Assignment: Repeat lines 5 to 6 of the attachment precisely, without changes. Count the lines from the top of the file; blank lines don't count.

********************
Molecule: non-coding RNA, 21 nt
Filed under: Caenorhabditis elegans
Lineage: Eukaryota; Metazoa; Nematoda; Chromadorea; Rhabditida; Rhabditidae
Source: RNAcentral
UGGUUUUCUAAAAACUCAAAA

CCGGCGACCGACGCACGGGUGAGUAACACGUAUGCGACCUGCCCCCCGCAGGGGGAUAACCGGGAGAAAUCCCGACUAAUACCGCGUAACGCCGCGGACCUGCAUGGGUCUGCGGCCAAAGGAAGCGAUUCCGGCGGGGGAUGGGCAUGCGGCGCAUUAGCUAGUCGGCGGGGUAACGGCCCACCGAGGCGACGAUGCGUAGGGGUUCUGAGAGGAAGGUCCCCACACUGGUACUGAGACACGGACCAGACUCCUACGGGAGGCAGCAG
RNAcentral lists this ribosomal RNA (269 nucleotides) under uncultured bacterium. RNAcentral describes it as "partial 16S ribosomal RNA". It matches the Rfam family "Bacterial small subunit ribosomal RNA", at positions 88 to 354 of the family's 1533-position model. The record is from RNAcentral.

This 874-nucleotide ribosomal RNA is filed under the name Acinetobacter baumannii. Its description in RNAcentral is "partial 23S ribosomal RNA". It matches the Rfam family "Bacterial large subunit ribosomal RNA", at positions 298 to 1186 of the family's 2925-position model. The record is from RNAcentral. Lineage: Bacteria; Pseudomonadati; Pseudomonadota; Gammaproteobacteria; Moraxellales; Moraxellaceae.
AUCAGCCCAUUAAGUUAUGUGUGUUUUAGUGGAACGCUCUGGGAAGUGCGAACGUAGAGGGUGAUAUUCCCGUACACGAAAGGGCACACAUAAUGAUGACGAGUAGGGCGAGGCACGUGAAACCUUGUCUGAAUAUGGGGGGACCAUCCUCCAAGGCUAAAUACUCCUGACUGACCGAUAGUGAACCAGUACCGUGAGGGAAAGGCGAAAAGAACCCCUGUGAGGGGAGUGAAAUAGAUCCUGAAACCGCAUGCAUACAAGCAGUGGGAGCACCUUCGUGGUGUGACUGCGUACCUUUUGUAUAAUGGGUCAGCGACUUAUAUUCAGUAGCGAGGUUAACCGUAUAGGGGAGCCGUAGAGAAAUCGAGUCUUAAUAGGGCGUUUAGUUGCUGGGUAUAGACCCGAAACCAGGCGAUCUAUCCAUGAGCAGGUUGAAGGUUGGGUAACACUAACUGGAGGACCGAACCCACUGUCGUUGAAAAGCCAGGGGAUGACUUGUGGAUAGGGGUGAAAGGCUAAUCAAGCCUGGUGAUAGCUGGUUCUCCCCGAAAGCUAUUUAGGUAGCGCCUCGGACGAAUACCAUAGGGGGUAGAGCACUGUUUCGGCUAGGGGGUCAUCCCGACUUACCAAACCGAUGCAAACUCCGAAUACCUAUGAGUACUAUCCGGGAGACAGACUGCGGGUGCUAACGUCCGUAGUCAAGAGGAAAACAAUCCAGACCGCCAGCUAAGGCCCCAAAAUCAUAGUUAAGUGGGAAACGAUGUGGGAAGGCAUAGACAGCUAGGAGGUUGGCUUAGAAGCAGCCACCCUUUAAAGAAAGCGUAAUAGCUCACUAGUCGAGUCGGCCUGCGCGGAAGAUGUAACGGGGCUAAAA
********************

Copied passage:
UGGUUUUCUAAAAACUCAAAA

CCGGCGACCGACGCACGGGUGAGUAACACGUAUGCGACCUGCCCCCCGCAGGGGGAUAACCGGGAGAAAUCCCGACUAAUACCGCGUAACGCCGCGGACCUGCAUGGGUCUGCGGCCAAAGGAAGCGAUUCCGGCGGGGGAUGGGCAUGCGGCGCAUUAGCUAGUCGGCGGGGUAACGGCCCACCGAGGCGACGAUGCGUAGGGGUUCUGAGAGGAAGGUCCCCACACUGGUACUGAGACACGGACCAGACUCCUACGGGAGGCAGCAG